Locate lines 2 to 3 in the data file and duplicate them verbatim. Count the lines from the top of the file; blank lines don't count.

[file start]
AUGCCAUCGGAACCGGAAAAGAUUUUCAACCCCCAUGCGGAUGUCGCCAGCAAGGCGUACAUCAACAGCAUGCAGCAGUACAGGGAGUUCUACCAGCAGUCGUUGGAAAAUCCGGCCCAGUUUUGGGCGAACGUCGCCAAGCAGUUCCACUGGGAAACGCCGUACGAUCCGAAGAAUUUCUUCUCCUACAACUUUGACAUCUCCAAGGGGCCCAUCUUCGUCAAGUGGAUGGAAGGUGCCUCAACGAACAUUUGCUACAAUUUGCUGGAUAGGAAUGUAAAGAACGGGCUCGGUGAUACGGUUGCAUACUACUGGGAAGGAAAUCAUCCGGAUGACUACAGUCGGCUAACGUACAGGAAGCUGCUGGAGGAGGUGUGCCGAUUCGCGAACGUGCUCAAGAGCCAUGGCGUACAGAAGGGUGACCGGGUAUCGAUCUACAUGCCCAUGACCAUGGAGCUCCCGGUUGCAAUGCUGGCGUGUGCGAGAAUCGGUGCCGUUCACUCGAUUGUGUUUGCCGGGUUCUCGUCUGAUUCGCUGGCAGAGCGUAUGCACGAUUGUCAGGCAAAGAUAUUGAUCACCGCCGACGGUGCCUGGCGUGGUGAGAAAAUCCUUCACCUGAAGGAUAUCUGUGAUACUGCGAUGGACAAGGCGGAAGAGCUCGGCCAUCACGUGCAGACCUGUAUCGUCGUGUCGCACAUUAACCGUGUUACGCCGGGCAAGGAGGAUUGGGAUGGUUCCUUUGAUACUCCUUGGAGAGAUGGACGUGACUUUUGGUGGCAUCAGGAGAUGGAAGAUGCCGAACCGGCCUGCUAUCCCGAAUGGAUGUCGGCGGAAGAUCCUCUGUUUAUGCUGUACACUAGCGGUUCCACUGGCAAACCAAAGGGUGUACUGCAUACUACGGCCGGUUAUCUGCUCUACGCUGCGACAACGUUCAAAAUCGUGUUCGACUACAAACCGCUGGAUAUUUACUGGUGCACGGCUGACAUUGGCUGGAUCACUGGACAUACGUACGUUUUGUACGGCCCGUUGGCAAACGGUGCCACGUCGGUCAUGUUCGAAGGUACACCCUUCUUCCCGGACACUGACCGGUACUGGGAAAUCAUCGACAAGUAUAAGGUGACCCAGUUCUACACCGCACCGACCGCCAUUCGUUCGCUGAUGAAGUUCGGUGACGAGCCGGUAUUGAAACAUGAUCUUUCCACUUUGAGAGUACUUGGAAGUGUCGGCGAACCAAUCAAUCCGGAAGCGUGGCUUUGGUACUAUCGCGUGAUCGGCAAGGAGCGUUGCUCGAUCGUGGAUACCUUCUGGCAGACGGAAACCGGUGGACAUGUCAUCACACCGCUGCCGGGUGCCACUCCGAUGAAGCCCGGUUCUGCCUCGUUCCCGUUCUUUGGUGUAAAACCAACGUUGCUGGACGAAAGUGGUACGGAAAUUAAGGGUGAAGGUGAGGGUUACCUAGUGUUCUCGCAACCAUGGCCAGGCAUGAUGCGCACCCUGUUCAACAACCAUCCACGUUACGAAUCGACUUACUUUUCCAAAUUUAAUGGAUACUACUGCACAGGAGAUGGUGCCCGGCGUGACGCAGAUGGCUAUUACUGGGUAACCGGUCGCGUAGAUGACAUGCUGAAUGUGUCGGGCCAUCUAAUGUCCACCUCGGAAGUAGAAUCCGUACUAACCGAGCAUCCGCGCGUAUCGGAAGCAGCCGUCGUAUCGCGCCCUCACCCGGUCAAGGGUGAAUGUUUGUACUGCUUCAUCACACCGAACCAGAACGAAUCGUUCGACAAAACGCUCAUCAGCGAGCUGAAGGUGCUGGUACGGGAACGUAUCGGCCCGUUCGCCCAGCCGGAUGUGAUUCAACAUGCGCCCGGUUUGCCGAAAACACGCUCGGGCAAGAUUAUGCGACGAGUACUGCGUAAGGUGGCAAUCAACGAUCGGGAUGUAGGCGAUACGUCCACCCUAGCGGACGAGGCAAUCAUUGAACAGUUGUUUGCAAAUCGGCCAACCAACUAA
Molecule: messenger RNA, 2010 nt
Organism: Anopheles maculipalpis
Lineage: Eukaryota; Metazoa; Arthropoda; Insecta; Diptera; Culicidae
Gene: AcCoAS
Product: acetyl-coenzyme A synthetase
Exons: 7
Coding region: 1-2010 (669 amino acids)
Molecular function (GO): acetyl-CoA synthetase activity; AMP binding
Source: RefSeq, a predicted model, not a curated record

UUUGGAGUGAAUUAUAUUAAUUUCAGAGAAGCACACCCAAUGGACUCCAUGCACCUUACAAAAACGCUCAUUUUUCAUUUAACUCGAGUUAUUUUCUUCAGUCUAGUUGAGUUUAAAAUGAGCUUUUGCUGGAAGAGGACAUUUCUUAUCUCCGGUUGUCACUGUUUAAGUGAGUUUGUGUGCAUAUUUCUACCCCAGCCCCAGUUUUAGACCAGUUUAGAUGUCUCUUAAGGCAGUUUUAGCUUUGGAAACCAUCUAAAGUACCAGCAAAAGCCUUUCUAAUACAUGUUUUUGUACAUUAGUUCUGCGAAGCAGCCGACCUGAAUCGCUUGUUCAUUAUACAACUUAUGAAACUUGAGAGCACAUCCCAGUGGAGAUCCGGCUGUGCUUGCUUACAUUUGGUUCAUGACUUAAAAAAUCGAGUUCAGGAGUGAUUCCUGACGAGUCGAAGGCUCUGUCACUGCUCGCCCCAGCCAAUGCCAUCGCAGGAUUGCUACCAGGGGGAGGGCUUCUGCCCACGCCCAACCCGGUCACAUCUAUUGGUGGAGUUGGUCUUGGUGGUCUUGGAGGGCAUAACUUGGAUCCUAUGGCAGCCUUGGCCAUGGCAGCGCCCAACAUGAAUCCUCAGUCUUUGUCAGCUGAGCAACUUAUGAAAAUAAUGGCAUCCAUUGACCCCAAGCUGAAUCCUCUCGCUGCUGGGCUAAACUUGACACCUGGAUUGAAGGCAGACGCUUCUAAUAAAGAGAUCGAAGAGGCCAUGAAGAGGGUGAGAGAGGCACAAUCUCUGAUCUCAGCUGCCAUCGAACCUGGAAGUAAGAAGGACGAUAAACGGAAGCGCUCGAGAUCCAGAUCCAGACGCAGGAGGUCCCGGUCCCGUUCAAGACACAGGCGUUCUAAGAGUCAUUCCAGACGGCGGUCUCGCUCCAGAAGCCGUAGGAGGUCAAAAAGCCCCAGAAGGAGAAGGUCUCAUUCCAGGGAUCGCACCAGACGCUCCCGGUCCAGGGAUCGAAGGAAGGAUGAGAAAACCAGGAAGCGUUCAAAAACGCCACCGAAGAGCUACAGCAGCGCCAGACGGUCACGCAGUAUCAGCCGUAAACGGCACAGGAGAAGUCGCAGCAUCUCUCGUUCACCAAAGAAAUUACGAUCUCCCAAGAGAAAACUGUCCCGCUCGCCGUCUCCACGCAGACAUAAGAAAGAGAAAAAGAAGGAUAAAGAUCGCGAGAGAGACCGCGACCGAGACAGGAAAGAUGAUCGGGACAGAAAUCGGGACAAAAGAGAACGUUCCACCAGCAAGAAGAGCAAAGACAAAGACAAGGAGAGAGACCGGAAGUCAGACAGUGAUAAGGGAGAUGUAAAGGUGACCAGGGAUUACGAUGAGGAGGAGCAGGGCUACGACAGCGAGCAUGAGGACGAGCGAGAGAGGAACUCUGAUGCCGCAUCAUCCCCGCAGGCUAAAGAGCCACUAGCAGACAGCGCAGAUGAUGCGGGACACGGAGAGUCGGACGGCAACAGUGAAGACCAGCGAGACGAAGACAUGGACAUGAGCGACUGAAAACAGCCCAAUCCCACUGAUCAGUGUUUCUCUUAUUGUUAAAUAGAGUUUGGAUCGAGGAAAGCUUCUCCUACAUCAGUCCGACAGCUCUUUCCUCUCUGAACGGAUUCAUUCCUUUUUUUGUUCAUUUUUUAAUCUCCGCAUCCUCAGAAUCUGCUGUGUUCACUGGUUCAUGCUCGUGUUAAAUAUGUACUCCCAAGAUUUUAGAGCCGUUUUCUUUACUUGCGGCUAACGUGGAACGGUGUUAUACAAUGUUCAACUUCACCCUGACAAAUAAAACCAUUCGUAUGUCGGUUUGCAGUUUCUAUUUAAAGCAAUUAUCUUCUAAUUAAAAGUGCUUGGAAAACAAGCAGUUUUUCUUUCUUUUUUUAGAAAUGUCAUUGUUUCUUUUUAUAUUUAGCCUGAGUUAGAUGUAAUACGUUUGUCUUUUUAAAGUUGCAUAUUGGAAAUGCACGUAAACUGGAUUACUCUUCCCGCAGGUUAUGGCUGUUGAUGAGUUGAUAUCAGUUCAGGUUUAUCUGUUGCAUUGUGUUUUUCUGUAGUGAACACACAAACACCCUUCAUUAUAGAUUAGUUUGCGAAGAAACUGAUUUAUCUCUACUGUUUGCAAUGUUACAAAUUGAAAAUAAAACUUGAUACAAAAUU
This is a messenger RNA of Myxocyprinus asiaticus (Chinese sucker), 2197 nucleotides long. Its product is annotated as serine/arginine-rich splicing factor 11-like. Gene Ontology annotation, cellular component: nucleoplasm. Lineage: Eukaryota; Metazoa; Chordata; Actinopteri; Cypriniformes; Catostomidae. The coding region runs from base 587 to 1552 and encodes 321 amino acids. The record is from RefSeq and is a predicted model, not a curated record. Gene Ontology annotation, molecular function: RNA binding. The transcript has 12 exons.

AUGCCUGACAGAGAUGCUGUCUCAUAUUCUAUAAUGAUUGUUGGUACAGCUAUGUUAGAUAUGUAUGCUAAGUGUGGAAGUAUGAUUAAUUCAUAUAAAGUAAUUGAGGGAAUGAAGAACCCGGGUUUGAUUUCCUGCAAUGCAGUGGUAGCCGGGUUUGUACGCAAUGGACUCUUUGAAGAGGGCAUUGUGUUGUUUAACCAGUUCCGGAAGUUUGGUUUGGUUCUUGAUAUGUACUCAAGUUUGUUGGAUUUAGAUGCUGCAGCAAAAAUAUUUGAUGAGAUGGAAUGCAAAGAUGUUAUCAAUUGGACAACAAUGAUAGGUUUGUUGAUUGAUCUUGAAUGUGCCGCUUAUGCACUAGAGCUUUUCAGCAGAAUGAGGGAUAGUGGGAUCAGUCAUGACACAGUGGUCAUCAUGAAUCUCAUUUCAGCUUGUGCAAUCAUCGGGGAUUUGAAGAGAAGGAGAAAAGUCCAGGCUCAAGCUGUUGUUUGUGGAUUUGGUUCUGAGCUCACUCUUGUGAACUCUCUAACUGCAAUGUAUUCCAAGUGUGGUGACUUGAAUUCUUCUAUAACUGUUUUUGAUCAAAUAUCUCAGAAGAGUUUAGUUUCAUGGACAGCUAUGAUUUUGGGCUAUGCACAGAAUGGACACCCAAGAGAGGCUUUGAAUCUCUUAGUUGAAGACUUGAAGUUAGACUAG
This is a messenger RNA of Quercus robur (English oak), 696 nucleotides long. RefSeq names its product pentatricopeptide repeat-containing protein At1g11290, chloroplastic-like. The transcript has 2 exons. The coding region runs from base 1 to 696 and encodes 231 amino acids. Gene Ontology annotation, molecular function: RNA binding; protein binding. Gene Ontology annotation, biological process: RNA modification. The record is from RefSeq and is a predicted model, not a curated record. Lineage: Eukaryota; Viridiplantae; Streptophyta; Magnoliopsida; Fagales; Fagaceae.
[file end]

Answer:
Molecule: messenger RNA, 2010 nt
Organism: Anopheles maculipalpis